Please ex­plain how to de­pict stone col­umns

ImagineFX: Sci-fi & Fantasy Art magazine - - Imagine Nation | Artist Q&A - Do­minic Hud­son, Eng­land

An­swer David replies

To paint nat­u­ral ma­te­ri­als cor­rectly, you need an un­der­stand­ing of how light re­acts with cer­tain sur­faces. If the sur­face is rough, like stone, you’ll have to con­trol a more lim­ited use of val­ues so that the tex­ture doesn’t ap­pear too shiny or re­flec­tive. As well as this, think about the gen­eral shape you’re try­ing to cre­ate. Is it a cube? A pyra­mid? A cylin­der? Think­ing like this will help you an­a­lyse your work and cre­ate a bet­ter un­der­stand­ing of how to paint your de­sign.

To help an­swer this ques­tion I’ve il­lus­trated a tem­ple scene that in­cludes a num­ber of cylin­dri­cal stone col­umns. I be­gin in black and white to es­tab­lish the com­po­si­tion, as well as the light sources, and then move into colour. I’ve used two light sources in this scene. The first is a nat­u­ral light source com­ing from out­side, while a sec­ondary green light source comes from the main cham­ber. These two light sources are use­ful for defin­ing the shape of my col­umns and make them look more three-di­men­sional.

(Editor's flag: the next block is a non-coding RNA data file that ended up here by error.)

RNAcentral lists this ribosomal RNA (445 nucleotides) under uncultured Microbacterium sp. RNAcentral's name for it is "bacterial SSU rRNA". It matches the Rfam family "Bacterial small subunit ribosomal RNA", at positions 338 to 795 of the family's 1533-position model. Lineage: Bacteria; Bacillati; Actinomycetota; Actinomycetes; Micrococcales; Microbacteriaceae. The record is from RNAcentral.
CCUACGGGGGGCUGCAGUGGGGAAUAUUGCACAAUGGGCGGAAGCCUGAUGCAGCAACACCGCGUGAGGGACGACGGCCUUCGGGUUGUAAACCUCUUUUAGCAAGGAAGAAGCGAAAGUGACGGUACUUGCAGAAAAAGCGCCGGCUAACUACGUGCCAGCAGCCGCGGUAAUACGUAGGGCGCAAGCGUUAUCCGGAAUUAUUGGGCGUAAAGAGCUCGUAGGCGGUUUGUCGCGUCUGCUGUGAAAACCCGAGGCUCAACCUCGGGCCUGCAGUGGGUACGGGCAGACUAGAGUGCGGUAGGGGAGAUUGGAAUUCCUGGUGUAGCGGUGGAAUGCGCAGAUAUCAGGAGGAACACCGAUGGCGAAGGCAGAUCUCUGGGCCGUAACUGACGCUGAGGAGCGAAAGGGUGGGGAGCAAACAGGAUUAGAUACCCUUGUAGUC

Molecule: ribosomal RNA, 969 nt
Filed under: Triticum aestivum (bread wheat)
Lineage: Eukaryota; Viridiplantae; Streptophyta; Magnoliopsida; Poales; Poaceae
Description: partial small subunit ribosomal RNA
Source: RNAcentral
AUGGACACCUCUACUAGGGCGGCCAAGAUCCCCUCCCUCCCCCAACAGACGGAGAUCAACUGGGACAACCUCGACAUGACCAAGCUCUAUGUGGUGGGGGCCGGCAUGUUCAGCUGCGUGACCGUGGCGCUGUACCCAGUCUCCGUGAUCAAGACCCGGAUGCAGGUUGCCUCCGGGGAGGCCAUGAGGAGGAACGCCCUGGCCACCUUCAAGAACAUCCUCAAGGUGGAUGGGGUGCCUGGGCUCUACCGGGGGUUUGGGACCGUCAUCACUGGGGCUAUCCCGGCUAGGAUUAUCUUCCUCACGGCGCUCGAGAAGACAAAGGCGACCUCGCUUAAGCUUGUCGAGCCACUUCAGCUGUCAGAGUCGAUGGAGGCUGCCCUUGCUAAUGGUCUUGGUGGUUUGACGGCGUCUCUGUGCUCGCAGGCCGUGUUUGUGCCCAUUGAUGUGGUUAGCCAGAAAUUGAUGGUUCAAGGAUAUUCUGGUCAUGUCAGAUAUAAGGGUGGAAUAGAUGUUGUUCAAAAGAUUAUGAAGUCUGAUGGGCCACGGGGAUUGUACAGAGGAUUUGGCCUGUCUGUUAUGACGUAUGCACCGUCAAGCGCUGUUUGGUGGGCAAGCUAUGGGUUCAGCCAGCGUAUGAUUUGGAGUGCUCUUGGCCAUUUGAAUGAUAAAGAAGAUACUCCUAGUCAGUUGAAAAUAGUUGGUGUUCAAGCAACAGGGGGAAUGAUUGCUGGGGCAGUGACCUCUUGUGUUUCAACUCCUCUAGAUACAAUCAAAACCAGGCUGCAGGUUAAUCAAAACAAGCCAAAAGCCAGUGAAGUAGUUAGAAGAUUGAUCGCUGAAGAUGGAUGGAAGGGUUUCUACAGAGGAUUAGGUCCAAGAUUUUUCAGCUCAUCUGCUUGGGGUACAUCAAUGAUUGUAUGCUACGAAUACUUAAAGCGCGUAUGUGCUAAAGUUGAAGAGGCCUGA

I also use a num­ber of cus­tom brushes and stone tex­tures (from www.tex­tures.com and

www.pho­to­bash.org) to add some rough­ness to the col­umn sur­face. This is cru­cial be­cause I don’t want the col­umns to ap­pear flat or smooth.

Get­ting to grips with cus­tom brushes can take some time. Many artist put their own brushes on­line, so have fun ex­per­i­ment­ing with them.

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